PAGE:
In April, RIM announced a software suite that would enable
a "virtual" BlackBerry experience on phones running Microsoft
Windows Mobile 6 (WM6). The move would do more than simply provide a consistent
UI to users across the BlackBerry and WM6 platforms; it would also enable the
growing fleet of WM6-enabled phones to tap RIM services, including the push
e-mail service at the heart of BlackBerry's success.
Then, just yesterday, RIM announced that it was releasing
a Visual Studio plug-in that would enable developers to build BlackBerry
apps in Microsoft's flagship IDE. As reported by RDN's Chris Kanaracus,
RIM says the plug-in lets developers build "rich client applications with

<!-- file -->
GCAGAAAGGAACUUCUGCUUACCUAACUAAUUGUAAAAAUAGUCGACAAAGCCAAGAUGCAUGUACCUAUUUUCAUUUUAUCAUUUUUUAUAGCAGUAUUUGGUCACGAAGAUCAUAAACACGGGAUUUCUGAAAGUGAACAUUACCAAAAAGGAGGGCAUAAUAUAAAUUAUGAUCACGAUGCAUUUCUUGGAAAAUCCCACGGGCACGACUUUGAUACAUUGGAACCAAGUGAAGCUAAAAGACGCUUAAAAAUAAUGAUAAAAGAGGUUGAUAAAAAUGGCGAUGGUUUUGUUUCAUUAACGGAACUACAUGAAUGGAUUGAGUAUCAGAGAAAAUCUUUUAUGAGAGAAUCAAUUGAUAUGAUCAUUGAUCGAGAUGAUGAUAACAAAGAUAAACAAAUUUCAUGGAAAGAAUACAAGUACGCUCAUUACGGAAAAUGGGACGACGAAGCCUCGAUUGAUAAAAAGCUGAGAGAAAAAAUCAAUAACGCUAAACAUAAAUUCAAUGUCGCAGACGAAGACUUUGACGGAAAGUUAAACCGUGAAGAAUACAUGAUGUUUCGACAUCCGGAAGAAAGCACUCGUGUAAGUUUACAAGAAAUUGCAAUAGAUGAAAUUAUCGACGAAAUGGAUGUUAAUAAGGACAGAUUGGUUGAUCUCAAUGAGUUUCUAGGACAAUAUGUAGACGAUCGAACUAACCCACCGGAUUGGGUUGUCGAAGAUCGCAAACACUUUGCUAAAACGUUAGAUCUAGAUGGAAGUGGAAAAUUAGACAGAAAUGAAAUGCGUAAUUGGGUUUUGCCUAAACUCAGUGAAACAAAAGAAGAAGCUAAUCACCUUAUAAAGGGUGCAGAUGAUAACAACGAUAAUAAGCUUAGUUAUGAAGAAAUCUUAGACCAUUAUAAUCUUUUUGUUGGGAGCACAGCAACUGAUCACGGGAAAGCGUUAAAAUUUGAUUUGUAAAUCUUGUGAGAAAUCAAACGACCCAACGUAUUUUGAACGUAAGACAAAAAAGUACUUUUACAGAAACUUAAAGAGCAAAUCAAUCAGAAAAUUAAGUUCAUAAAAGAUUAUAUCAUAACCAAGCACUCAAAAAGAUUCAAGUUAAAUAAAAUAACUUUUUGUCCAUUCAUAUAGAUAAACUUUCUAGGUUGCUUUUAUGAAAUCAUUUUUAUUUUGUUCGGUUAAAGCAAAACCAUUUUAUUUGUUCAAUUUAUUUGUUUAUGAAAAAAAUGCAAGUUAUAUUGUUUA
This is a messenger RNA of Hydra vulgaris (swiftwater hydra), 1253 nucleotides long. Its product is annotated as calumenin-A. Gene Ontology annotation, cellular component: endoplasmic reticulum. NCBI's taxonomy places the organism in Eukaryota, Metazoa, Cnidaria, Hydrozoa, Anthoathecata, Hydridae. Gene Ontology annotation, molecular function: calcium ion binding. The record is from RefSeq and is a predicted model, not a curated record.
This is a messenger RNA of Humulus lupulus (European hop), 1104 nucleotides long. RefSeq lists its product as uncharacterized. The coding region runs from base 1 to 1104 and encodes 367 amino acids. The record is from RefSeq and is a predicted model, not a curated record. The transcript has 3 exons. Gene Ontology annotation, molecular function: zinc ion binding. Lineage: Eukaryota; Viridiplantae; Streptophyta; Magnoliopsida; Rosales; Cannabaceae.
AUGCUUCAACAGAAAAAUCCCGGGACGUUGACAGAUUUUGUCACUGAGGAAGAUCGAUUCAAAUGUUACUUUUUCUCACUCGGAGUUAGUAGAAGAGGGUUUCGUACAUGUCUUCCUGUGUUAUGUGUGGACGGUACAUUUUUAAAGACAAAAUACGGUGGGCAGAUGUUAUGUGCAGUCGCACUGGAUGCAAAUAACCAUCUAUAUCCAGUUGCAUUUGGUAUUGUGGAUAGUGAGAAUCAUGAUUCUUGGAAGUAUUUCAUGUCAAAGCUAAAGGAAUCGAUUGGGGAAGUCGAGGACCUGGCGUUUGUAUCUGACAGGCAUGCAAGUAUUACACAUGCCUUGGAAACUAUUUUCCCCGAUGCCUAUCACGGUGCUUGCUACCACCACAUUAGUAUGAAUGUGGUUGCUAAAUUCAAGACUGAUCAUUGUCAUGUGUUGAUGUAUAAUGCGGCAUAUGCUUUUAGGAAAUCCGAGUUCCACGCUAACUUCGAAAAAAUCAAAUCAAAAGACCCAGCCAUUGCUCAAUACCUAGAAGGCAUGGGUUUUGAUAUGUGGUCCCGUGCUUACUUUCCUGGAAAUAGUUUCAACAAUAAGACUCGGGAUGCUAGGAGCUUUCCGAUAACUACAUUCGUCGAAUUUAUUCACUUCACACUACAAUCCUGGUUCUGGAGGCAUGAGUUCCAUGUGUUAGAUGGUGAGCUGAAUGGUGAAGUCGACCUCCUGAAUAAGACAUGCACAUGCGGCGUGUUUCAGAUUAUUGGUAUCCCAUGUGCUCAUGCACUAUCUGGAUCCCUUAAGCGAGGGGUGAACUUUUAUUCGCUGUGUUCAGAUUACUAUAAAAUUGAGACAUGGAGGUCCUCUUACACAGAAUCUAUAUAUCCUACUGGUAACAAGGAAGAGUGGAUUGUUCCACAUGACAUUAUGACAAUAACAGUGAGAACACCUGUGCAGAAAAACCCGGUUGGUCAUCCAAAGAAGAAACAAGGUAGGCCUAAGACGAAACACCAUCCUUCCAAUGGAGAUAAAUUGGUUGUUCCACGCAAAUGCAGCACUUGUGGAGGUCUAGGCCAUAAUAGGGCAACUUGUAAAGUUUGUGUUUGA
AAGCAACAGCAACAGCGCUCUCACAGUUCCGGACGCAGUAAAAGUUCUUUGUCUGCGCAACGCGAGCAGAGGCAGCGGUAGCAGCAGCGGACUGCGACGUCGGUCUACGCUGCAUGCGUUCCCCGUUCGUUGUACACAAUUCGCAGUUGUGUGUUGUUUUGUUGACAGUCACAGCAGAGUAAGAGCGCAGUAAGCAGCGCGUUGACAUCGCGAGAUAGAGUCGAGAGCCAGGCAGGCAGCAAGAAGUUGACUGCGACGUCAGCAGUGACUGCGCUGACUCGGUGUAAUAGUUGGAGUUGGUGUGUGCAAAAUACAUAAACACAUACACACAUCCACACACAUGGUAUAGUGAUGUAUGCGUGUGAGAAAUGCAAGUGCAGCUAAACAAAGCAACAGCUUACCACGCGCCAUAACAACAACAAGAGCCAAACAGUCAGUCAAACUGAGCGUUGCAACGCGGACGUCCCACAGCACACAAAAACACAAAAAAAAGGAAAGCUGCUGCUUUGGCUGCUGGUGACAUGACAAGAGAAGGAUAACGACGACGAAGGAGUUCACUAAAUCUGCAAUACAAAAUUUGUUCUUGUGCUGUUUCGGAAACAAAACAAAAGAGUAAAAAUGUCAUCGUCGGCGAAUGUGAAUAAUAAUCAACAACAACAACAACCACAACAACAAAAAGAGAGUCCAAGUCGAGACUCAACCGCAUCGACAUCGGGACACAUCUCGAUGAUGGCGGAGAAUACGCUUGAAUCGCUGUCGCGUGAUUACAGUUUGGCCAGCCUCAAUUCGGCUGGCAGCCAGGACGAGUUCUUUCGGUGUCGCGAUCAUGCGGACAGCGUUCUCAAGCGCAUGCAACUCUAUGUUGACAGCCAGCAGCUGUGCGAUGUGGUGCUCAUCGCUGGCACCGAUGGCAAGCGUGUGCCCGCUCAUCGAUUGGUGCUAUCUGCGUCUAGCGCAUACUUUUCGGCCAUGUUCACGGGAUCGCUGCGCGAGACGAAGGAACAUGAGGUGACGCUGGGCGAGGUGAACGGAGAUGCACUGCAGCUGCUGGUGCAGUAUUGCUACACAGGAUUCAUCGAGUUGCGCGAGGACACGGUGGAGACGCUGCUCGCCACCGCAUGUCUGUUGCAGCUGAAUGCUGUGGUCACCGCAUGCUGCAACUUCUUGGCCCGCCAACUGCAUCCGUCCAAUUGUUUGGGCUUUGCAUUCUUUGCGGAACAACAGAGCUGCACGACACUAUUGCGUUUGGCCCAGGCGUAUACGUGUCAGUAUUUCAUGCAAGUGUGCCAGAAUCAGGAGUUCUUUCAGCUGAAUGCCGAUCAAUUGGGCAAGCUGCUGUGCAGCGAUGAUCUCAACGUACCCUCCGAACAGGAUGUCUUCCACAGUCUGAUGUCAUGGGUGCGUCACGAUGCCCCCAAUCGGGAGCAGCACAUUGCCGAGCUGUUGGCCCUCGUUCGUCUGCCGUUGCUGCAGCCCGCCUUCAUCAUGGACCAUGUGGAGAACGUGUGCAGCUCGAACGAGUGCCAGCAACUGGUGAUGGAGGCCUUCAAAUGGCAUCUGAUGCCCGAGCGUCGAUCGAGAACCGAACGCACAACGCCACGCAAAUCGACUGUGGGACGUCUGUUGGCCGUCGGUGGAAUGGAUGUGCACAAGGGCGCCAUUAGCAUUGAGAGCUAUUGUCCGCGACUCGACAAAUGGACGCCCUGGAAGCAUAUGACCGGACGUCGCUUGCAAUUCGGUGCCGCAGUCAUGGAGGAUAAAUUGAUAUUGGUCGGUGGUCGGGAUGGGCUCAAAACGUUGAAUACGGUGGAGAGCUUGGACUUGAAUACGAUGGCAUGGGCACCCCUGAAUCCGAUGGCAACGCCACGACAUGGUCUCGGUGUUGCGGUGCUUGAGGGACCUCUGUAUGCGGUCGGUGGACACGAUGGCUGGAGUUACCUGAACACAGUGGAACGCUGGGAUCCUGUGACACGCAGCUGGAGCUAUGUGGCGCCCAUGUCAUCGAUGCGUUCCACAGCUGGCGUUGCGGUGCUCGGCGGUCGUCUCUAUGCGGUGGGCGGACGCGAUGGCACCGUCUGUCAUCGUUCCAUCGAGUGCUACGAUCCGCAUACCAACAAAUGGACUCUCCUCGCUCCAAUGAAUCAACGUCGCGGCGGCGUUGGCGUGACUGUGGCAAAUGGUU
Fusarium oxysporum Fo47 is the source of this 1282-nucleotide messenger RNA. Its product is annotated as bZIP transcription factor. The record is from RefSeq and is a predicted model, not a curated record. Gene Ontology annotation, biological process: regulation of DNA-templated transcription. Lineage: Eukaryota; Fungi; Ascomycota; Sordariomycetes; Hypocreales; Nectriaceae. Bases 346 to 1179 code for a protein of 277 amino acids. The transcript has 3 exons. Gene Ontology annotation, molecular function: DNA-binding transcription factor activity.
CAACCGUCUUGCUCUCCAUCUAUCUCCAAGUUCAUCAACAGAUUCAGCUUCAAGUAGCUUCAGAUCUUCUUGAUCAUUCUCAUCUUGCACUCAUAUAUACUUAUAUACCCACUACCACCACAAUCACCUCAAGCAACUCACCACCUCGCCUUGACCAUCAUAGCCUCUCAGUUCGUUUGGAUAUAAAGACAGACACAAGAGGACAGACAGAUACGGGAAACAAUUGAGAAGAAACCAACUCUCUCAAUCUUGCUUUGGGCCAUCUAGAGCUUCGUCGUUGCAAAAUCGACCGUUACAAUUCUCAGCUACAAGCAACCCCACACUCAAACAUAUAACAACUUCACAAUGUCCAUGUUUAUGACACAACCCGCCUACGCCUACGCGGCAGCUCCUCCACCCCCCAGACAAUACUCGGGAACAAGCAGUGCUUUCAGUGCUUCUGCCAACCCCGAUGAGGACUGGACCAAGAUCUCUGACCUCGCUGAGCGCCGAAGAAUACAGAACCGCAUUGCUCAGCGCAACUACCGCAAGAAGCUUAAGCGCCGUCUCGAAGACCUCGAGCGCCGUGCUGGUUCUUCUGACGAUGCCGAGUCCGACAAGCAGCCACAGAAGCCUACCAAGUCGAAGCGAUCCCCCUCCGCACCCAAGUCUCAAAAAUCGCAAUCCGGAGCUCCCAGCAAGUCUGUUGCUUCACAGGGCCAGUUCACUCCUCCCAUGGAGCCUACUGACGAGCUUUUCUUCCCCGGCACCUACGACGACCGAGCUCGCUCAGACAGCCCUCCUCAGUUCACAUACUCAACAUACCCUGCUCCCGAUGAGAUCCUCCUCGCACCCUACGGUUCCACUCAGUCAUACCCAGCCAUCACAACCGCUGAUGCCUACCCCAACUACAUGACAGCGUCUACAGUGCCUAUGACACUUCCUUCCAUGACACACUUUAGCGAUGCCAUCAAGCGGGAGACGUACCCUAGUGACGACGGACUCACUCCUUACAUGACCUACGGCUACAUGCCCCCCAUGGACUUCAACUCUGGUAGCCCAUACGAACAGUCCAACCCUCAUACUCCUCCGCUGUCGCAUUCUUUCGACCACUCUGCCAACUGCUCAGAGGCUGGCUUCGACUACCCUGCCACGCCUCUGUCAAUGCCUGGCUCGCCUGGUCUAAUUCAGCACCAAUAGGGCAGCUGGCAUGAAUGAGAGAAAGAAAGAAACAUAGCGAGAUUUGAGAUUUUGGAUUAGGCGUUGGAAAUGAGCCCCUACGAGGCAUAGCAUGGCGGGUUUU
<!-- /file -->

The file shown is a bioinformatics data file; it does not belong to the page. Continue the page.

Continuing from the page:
a flexible user interface, offline data storage, asynchronous push and secure
More important, it opens the floodgates for thousands of .NET developers to
become active writing applications for the BlackBerry platform.
Posted by Lee Pender on 05/09/2007 at 1:15 PM
User experience expert Debbie Levitt provided some saucy answers about an upcoming Visual Studio Live! presentation with an even saucier title: Fast Focus: WTF UX - UX Research and Design AMA.
Developers can now sign up for a private preview of enhanced chat capabilities coming to GitHub Copilot, the "AI pair programmer" that works in the Visual Studio 2022 IDE and in Visual Studio Code.
With advanced generative AI systems reshaping software development, Microsoft's Mads Kristensen detailed the many ways AI will improve coding in Visual Studio.
With Google recently releasing a generative AI-powered search bot called Bard to rival Microsoft's "new Bing" search experience, we put both to the test, feeding them identical questions about Visual Studio and .NET.
GPT-4, the advanced generative AI model from Microsoft partner OpenAI, is now powering the new GitHub Copilot X and the Azure OpenAI Service.
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